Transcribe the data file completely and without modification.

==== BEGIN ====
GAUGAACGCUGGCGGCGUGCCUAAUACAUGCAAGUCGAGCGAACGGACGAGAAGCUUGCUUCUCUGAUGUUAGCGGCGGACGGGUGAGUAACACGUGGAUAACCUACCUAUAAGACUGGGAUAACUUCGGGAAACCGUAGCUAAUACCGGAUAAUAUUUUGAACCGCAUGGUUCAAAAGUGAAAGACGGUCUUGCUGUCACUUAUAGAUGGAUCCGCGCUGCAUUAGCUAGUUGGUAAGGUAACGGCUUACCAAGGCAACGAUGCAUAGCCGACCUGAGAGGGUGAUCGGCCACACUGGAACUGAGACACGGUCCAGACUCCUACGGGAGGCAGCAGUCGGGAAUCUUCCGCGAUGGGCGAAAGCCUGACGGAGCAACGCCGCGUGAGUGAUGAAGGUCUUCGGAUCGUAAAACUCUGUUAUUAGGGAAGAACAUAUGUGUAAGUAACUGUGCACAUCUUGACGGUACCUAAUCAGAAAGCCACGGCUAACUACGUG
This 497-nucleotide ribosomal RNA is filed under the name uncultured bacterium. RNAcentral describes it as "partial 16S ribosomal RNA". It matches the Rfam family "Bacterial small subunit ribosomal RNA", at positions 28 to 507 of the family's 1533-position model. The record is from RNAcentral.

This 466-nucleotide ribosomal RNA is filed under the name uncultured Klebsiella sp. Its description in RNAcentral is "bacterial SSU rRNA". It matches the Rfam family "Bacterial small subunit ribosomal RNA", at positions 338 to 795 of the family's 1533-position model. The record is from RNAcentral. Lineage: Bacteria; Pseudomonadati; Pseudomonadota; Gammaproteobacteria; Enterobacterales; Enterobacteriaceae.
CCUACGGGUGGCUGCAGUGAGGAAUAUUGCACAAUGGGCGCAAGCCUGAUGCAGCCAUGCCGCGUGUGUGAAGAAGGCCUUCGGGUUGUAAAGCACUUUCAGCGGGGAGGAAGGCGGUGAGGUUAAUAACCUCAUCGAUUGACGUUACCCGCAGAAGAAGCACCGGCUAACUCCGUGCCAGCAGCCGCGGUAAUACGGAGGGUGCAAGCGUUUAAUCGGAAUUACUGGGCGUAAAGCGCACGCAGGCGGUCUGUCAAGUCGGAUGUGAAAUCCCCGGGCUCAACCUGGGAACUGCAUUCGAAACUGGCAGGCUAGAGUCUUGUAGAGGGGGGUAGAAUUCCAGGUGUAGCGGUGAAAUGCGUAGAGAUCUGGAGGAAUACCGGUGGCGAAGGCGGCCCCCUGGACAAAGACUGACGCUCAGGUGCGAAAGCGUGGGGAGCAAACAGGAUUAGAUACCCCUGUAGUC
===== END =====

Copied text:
GAUGAACGCUGGCGGCGUGCCUAAUACAUGCAAGUCGAGCGAACGGACGAGAAGCUUGCUUCUCUGAUGUUAGCGGCGGACGGGUGAGUAACACGUGGAUAACCUACCUAUAAGACUGGGAUAACUUCGGGAAACCGUAGCUAAUACCGGAUAAUAUUUUGAACCGCAUGGUUCAAAAGUGAAAGACGGUCUUGCUGUCACUUAUAGAUGGAUCCGCGCUGCAUUAGCUAGUUGGUAAGGUAACGGCUUACCAAGGCAACGAUGCAUAGCCGACCUGAGAGGGUGAUCGGCCACACUGGAACUGAGACACGGUCCAGACUCCUACGGGAGGCAGCAGUCGGGAAUCUUCCGCGAUGGGCGAAAGCCUGACGGAGCAACGCCGCGUGAGUGAUGAAGGUCUUCGGAUCGUAAAACUCUGUUAUUAGGGAAGAACAUAUGUGUAAGUAACUGUGCACAUCUUGACGGUACCUAAUCAGAAAGCCACGGCUAACUACGUG
This 497-nucleotide ribosomal RNA is filed under the name uncultured bacterium. RNAcentral describes it as "partial 16S ribosomal RNA". It matches the Rfam family "Bacterial small subunit ribosomal RNA", at positions 28 to 507 of the family's 1533-position model. The record is from RNAcentral.

This 466-nucleotide ribosomal RNA is filed under the name uncultured Klebsiella sp. Its description in RNAcentral is "bacterial SSU rRNA". It matches the Rfam family "Bacterial small subunit ribosomal RNA", at positions 338 to 795 of the family's 1533-position model. The record is from RNAcentral. Lineage: Bacteria; Pseudomonadati; Pseudomonadota; Gammaproteobacteria; Enterobacterales; Enterobacteriaceae.
CCUACGGGUGGCUGCAGUGAGGAAUAUUGCACAAUGGGCGCAAGCCUGAUGCAGCCAUGCCGCGUGUGUGAAGAAGGCCUUCGGGUUGUAAAGCACUUUCAGCGGGGAGGAAGGCGGUGAGGUUAAUAACCUCAUCGAUUGACGUUACCCGCAGAAGAAGCACCGGCUAACUCCGUGCCAGCAGCCGCGGUAAUACGGAGGGUGCAAGCGUUUAAUCGGAAUUACUGGGCGUAAAGCGCACGCAGGCGGUCUGUCAAGUCGGAUGUGAAAUCCCCGGGCUCAACCUGGGAACUGCAUUCGAAACUGGCAGGCUAGAGUCUUGUAGAGGGGGGUAGAAUUCCAGGUGUAGCGGUGAAAUGCGUAGAGAUCUGGAGGAAUACCGGUGGCGAAGGCGGCCCCCUGGACAAAGACUGACGCUCAGGUGCGAAAGCGUGGGGAGCAAACAGGAUUAGAUACCCCUGUAGUC